Sermon: Pentecost 15, 2 September 2018, Bishop Ross Nicholson, St Aidan’s

Disciples Hear and Do- James 1:19-27

-Communication is at the very core of our human experience.

-Humans are communicating animals par excellence.

-We are at the top of the communications food chain.

-Look at the world around us and you see that nothing communicates like we do.

-Masses and masses of information and messages,

-Pass by our eyes, ears and minds every second of the day.

-TV, radio, internet, newspapers, magazines.

-We’re constantly bombarded by communications.

-And we do the bombarding as well.

-We pick up the phone,

-We flick out an email,

-We argue around a coffee table.

-We even do such primitive stuff as wave to a neighbour,

-Smile at a friend,

-Pat the dog.

 

-And the reason communication is so important is because it’s at the heart of relationships.

-Communicating is the foundation of relationships.

-We humans communicate in such deep and complex ways,

-Because we were created by a communicating God,

-A God whose very essence and being is relational.

-You may not be able to understand logically, philosophically or even theologically,

-That three persons can be one God,

-But the significance of the Trinity lies in this incredible truth,

-That God from all eternity is Father, Son and Holy Spirit in relationship,

-Three persons in eternal communication,

-Knowing and speaking with each other.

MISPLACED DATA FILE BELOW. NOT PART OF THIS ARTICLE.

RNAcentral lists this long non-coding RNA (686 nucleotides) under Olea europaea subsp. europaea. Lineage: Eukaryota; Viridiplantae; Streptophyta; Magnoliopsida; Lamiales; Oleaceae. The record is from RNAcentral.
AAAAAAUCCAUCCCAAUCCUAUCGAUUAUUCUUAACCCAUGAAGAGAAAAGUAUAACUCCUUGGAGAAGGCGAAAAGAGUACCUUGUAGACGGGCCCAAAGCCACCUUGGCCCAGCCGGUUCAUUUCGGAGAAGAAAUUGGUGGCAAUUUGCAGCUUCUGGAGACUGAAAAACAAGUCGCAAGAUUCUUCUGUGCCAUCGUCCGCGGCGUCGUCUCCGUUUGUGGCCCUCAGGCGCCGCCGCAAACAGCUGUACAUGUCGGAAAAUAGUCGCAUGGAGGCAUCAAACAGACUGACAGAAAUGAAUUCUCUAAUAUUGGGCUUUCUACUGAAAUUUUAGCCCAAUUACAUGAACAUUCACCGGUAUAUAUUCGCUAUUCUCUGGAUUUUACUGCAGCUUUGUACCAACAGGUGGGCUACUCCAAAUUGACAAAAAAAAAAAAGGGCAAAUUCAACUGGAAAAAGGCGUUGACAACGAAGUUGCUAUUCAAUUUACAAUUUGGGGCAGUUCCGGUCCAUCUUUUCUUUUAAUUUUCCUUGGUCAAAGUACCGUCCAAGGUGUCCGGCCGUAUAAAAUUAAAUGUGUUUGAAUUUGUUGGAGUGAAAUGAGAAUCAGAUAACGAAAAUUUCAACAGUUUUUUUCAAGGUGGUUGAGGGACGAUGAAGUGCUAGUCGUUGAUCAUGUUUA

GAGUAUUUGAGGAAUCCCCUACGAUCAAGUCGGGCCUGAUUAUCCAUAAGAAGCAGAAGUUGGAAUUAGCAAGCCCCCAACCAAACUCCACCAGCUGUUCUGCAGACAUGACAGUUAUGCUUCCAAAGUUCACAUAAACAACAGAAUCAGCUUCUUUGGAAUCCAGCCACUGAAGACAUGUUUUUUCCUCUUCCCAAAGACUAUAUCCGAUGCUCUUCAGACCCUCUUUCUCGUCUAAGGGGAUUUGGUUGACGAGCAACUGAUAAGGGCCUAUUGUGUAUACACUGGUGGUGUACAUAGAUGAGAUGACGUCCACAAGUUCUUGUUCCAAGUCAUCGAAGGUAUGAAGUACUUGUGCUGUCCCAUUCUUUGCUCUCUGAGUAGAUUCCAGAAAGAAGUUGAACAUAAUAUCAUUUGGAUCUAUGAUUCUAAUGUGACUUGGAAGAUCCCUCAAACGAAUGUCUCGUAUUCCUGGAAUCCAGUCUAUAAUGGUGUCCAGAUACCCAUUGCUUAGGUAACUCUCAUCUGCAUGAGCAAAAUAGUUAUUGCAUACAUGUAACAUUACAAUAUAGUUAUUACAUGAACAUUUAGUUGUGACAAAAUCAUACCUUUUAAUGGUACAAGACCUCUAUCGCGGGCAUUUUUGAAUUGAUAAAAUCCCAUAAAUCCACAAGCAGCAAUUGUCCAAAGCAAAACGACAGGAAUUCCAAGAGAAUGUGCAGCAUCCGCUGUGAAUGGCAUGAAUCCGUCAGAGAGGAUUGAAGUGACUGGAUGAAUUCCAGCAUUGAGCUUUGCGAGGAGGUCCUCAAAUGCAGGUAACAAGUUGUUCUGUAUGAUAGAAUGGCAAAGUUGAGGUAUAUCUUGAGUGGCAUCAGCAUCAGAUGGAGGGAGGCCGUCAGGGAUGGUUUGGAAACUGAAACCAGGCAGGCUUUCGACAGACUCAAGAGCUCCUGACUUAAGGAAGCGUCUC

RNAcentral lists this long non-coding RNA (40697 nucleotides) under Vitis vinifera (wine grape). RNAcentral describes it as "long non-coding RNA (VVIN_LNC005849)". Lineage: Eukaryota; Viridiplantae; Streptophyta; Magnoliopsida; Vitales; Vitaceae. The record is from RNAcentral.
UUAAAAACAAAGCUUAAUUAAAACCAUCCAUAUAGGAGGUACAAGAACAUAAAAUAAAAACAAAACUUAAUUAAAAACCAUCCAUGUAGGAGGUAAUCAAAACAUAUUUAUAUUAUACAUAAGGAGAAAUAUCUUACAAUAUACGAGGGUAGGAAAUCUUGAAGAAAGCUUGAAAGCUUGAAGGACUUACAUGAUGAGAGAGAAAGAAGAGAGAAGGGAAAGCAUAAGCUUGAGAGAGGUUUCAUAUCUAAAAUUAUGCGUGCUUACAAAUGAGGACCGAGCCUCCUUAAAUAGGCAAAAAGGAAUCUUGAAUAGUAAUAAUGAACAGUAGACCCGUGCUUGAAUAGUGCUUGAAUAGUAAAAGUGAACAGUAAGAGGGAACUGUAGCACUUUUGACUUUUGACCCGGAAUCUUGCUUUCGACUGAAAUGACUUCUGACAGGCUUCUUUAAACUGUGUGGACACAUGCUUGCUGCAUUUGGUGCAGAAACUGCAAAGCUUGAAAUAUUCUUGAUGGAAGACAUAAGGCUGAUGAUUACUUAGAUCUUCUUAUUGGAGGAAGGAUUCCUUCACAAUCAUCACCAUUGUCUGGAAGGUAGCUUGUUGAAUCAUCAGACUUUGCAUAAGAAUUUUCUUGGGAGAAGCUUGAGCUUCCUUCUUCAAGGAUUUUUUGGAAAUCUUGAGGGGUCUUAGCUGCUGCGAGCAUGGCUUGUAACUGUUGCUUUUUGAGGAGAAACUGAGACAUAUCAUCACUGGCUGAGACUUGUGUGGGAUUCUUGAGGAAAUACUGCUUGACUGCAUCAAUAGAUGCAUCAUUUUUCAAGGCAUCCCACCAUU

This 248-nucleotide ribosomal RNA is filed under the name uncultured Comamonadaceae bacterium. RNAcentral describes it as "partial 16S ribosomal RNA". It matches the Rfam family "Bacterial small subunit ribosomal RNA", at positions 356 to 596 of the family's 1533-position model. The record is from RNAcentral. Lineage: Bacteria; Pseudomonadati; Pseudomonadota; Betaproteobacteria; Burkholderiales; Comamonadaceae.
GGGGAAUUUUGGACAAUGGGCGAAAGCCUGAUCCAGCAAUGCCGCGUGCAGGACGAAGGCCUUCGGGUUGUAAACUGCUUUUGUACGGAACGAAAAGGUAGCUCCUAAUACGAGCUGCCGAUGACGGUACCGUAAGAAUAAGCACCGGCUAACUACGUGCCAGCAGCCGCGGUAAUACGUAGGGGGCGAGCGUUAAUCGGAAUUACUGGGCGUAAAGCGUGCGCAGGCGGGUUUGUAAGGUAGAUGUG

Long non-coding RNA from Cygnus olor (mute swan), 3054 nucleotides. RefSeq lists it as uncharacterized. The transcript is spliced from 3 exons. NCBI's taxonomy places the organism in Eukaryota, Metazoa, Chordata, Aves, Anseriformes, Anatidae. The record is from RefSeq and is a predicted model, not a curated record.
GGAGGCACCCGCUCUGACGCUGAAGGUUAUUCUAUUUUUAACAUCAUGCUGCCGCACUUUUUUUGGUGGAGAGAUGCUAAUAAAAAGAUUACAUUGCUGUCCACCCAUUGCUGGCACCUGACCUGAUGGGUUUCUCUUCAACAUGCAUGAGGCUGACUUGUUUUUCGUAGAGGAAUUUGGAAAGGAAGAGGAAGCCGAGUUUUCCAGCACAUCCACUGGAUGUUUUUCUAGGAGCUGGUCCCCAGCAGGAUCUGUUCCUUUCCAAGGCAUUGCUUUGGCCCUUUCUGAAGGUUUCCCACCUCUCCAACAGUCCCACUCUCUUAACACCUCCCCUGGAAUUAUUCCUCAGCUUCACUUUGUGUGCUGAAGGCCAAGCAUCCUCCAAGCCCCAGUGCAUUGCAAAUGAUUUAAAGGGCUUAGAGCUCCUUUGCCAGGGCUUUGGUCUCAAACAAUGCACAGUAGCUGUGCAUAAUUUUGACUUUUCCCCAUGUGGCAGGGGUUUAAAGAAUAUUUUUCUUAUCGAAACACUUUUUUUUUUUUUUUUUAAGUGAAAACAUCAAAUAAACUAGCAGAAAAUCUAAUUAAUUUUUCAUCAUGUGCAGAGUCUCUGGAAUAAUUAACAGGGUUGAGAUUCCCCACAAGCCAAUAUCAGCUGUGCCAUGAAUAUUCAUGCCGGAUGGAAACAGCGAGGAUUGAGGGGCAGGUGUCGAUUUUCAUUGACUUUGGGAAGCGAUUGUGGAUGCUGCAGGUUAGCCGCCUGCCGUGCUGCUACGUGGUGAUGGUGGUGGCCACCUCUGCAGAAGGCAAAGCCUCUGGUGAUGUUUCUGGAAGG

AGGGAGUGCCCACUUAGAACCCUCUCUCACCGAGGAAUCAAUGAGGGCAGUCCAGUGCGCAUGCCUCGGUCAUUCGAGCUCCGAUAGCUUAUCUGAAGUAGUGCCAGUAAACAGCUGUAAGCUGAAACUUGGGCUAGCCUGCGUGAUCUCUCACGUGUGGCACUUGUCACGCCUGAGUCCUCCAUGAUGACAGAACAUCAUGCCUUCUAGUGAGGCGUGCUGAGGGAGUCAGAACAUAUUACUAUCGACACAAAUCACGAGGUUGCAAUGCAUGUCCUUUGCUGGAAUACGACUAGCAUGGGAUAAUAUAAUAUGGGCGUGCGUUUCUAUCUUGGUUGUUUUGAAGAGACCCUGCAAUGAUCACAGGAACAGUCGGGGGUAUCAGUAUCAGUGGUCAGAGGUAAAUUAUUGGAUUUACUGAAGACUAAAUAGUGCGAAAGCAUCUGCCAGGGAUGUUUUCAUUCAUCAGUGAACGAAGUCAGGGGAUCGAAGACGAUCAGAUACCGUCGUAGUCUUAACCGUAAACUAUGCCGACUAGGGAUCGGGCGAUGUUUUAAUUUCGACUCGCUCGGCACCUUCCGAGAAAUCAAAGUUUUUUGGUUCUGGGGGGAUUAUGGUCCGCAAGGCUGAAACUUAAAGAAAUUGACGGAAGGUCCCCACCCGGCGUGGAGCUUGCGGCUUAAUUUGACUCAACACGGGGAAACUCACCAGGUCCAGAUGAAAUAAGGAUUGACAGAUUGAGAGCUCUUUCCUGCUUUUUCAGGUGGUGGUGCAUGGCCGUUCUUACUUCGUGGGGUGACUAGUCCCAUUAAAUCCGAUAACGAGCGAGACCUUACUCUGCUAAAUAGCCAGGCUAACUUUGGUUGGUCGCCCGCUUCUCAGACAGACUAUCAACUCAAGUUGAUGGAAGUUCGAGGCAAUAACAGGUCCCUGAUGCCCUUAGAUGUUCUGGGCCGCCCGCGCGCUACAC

-God is a communicating God,

-Who creates communicating beings,

-And continues to communicate with us.

 

-That’s at the heart of James’ letter to the Jewish Christians who’d been scattered out across the known world.

-His letter could be summed up by 1:22;

“Be doers of the word, and not merely hearers who deceive themselves.” James 1:22

-It’s the word of God that James is referring to,

-God’s communication with his people.

-But the thing he warns against is a complacency about the word that causes us to fail to apply it.

-We can get a bit of an idea of how seriously James takes this by the illustration he uses, vv23-24;

“For if any are hearers of the word and not doers, they are like those who look at themselves in a mirror; 24 for they look at themselves and, on going away, immediately forget what they were like.  James 1:23-24

-Complacency is probably a gentle word,

-James is thinking more along the lines of the stupidity of such behaviour.

-Who in their right mind looks in the mirror and then forgets what they look like?

-Mirrors are there for a purpose aren’t they?

-Unless you’re a total narcissist,

-The only reason you look in a mirror is to make sure that everything is in order before you step out the door.

 

-I was at the gym on Monday and as I was looking in the mirror,

-I noticed the seam of my T-shirt seemed unusually bulky.

-So I stopped looking in the mirror,

-And looked closely at the seam to see what was wrong.

-I suddenly realised that there was nothing wrong with the seam,

-I’d actually put my t-shirt on inside out!!!

-I probably shouldn’t say this,

-But another time I was at the gym and doing a particular stretch which meant I was looking at my feet.

-I thought,

-‘That’s interesting, I’ve never noticed that these running shoes have an asymmetrical pattern.’